LADI KWALI: the image behind Nigeria’s ₦20 note
The art of using clay and water to produce objects in Nigeria and Africa at large is as old as the people themselves. People, mostly women had began mixing clay and potash with water to mould very beautiful objects such as cooking pots, cutleries and water pots.
However, one woman who had mastered the art and was the first to successfully combine the local method o f production and designing with that of the western world is ladi Dosei kwali.
Ladi kwali was born in 1925 to a family of potters in kwali village, kwali area council, Abuja, Nigeria’s federal capital territory. Although pottery has been the exclusive rights of women in kwali and other parts of Nigeria, the women of Ladi Kwali’s family were exceptional in the art and received recognition from their peers.
The art of pottery was instilled in ladi at a very tender age. She learnt the skill from her aunt with whom her mother served as an apprentice.
Ladi kwali used the traditional coil and pinching method to produce beautiful designs which were spectacular, prompting other potters to describe her as gifted and eminent.
The coil and pinching method involved using clay which is rolled until it forms long rolls of coil. Thumbs are pushed into the center of another ball of clay and rudimentary walls are created by pinching and turning the pot. The pot is then push on a flat surface, creating a base. The base of the pot is less prone to cracking when formed this way.
Different shapes are then formed by placing one roll of coil on top another. The pots are then styled into any particular design. Once these designs are done, the pot is put in a flame fueled by dry grass.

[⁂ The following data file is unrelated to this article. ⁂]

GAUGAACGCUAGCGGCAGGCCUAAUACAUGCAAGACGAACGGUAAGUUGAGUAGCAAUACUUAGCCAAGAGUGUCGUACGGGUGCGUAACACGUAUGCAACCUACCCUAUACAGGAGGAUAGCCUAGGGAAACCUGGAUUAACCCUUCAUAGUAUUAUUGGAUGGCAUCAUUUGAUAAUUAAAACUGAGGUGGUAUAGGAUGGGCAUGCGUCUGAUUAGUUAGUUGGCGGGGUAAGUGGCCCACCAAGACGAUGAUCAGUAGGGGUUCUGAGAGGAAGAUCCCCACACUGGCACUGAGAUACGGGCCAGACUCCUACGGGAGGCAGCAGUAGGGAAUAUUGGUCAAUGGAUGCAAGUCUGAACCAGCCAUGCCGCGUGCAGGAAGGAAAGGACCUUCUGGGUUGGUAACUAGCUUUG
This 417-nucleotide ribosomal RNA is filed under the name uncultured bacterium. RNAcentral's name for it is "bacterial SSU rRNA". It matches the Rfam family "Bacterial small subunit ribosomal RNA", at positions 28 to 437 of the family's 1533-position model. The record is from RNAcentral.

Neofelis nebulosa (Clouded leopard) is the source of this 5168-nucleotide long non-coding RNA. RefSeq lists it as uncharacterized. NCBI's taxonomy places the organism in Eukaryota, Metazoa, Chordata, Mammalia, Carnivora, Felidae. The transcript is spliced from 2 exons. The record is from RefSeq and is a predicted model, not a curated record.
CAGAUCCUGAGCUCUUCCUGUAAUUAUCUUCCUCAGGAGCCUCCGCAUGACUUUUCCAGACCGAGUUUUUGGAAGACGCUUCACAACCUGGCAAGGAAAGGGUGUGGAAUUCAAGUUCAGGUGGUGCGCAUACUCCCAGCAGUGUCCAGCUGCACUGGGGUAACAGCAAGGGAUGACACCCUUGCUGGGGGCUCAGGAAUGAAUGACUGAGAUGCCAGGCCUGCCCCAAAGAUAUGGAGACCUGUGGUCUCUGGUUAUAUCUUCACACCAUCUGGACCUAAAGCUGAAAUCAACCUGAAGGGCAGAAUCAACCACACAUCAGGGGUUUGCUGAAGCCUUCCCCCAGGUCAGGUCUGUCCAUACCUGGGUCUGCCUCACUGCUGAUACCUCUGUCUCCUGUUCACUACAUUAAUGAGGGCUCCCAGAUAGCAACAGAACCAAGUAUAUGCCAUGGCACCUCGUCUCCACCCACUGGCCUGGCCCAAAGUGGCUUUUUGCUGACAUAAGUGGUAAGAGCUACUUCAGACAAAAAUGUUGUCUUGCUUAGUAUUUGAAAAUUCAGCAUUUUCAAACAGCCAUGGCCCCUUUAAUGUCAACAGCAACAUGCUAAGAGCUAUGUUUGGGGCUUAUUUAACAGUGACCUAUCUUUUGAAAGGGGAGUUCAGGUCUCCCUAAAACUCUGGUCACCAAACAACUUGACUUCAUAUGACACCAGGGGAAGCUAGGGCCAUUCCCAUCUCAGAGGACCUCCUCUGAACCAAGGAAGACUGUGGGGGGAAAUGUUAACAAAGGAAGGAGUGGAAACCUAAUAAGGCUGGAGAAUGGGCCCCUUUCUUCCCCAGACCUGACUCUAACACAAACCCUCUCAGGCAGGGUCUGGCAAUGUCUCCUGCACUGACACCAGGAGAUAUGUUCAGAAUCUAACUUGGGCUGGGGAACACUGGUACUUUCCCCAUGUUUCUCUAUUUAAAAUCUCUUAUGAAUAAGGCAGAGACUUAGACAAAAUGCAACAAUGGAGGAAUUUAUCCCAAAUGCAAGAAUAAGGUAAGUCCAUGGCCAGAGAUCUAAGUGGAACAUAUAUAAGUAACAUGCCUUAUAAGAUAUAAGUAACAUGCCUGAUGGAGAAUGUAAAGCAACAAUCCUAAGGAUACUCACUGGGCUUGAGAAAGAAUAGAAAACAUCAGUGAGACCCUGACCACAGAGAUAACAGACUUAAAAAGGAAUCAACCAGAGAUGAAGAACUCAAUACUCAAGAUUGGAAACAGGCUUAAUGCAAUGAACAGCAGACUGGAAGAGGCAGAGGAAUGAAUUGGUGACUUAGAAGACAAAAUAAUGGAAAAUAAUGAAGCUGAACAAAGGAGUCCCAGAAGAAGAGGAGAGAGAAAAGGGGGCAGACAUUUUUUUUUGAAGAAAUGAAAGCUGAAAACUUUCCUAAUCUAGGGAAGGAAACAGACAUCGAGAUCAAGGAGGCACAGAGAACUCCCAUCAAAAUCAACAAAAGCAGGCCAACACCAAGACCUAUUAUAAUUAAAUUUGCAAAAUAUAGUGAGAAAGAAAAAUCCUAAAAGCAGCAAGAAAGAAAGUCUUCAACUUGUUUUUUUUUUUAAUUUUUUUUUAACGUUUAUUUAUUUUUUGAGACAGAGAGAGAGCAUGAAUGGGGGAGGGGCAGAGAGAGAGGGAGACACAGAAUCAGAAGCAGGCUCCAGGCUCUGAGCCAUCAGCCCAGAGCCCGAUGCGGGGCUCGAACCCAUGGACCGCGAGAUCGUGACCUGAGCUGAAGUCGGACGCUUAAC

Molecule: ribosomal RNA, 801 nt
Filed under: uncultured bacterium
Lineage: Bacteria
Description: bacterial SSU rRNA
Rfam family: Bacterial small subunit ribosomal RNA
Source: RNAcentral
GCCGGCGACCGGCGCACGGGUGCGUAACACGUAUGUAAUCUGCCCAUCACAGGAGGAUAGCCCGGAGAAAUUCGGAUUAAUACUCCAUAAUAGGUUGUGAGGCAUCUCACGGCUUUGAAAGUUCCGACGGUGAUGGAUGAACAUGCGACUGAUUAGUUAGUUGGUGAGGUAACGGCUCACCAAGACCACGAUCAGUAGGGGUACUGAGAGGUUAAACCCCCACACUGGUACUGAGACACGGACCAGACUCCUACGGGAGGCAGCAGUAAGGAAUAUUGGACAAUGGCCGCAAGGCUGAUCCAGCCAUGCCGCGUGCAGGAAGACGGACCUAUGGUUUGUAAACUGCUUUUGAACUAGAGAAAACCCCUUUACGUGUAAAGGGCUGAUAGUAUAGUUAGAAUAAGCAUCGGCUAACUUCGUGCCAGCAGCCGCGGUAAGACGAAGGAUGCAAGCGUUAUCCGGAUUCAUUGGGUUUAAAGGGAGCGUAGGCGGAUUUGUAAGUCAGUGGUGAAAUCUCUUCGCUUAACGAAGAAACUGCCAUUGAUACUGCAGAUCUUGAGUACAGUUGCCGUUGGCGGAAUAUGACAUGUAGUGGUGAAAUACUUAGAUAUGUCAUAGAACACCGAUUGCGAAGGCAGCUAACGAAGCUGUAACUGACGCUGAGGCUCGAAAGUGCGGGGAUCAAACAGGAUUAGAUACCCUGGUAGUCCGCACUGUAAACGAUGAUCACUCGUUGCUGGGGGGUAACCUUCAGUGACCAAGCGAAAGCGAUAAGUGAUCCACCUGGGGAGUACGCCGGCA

Ladi kwali designs were so beautiful that the emir of Abuja at that time, Alhaji Suleiman Barau had some in his home. It was at the home of the emir of Abuja that Michael Cardew, who was appointed to the post of Pottery Officer in the Department of Commerce and Industry in the colonial Nigerian Government in 1951, saw the works of ladi kwali and was impressed by it.
In 1952, Micheal Cardew established the Pottery Training Centre in Abuja and enrolled kwali as the first female potter. Kwali was introduced to modern methods of pottery such as the kiln firing, wheel throwing and the production of saggars.
Although Kwali learnt the modern method of pottery, she did not abandon the traditional method which she was used to, rather she combined the two, depending on which method best suited a particular job. Her designs were a sight to behold. She made interesting decoration such as the graffito and many others.
Although Kwali was enrolled to learn modern pottery, so great was her knowledge and skill that she ended up becoming an instructor.
Cardew organised international exhibitions of Abuja pottery in 1958, 1959 and 1962 and featured kwali’s works. In the same period, kwali’s works was shown at the Berkeley galleries in London. In 1961, Ladi Kwali demonstrated her skills at the Royal College in Farnham and Wenford Bridge in London.
It didn’t take long for recommendations to start pouring in for ladi kwali. In 1963, she was awarded Member of the Most Excellent Order of the British Empire (MBE). Back home in nigeria, she was honored with a doctorate degree by the Ahmadu Bello University in Zaria, Kaduna State. In 1980, the Nigerian National Merit Award (NNMA) was bestowed on her as well as the national honour of the Ofiicer of the Order of the Niger (OON) in 1981.
Ladi kwali died in1984, but her name still lives on. The Abuja pottery center was renamed after her as the ladi kwlai center. Also a road in Maitama, Abuja is known as the ladi kwali way. She is also featured on the Nigerian 20 Naira note.
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